by Ray Fleming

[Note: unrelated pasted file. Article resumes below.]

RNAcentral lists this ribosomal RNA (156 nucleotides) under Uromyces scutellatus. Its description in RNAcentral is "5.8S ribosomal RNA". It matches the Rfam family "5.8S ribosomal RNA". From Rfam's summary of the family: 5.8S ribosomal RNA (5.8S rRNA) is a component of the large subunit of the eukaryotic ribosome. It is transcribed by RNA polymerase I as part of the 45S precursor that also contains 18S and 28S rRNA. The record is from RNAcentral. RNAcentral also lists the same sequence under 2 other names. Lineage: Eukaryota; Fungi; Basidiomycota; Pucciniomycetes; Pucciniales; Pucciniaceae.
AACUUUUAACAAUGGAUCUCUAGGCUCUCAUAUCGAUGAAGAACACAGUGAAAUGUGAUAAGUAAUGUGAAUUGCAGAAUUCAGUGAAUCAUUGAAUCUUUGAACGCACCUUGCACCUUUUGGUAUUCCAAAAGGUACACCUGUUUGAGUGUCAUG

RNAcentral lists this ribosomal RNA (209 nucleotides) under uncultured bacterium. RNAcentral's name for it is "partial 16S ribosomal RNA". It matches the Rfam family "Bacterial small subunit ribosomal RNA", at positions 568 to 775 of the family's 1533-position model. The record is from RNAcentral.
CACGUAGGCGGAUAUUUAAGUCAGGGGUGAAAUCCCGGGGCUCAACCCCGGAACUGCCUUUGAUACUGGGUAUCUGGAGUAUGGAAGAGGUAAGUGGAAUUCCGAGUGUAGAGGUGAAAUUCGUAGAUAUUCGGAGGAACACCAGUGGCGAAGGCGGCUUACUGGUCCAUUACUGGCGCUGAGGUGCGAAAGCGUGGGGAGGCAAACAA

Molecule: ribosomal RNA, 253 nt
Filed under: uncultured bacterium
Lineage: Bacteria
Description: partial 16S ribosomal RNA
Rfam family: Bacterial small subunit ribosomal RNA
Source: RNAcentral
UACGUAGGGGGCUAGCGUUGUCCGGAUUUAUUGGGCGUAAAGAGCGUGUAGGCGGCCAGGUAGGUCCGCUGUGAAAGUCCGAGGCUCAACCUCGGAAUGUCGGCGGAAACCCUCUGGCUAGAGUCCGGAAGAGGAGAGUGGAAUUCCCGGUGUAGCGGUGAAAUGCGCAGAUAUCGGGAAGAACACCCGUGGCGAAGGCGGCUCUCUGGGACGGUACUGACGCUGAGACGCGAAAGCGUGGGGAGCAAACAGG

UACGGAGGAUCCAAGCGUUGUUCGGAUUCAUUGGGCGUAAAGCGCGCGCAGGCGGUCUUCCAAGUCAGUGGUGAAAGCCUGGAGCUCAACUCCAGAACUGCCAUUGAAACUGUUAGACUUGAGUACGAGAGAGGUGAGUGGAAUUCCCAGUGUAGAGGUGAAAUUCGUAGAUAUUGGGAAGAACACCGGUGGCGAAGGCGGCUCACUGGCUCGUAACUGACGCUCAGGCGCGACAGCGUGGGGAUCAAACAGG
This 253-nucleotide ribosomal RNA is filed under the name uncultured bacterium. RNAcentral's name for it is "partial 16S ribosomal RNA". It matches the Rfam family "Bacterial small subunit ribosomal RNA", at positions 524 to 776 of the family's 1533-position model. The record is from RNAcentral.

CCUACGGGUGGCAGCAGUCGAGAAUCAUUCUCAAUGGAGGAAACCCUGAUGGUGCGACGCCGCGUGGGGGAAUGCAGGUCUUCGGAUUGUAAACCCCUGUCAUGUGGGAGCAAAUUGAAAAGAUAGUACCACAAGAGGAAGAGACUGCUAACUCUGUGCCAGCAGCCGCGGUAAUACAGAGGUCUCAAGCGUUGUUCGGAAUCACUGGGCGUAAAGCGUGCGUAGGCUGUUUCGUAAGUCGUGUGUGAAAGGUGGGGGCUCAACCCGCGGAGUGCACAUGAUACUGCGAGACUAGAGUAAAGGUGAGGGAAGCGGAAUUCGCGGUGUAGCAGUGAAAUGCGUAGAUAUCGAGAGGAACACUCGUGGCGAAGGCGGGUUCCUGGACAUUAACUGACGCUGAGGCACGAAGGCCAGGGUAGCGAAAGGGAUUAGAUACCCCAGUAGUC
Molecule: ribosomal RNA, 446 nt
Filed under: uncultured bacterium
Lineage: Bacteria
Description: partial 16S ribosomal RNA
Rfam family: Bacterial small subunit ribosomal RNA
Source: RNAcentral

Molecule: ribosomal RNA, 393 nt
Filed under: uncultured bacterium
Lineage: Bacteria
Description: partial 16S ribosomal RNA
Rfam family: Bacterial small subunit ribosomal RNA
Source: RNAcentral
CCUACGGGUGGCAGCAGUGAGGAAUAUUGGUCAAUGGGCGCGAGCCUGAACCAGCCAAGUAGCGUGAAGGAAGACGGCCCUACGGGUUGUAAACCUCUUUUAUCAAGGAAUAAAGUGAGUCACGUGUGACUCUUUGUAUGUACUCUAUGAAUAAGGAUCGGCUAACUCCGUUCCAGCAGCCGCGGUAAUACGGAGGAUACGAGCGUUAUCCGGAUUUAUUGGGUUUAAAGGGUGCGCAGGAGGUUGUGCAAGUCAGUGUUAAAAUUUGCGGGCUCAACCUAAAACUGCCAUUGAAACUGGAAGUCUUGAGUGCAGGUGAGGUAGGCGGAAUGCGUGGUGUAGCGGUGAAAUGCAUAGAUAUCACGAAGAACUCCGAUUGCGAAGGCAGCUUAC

Negotiation with Iran is far from easy as the frequent breakdowns of its talks with the UN International Atomic Energy Agency show. This week another carefully prepared inspection visit by the Agency has had to be declared a failure because of Iran's refusal to agree to a visit by the Agency's inspectors to a site at Parchin which they believe may have been used for tests on producing a nuclear weapon. Iran said Parchin is a military base unrelated to its nuclear programme. Further, there was still no response from Iran to number of technical questions posed by the Agency at its last visit several weeks ago but left unanswered then. So the inspectors packed their bags and said they will report officially on the visit next week. But they had hardly left Tehran before Iran's Supreme leader Ayatollah Ali Khamanei made a speech to nuclear scientists which was broadcast on state TV. He praised the scientists for their dedicated work but then said this: “The Islamic Republic is not seeking nuclear weapons and considers possession of them a sin. They are useless, harmful and dangerous and do not bring power.” It is frequently said that the Iranian government is beset with serious policy disagreements and that the Ayatollah is at odds with President Ahmadinejad on nuclear policy. Does the supremacy of his leadership extend to this vitally important issue?


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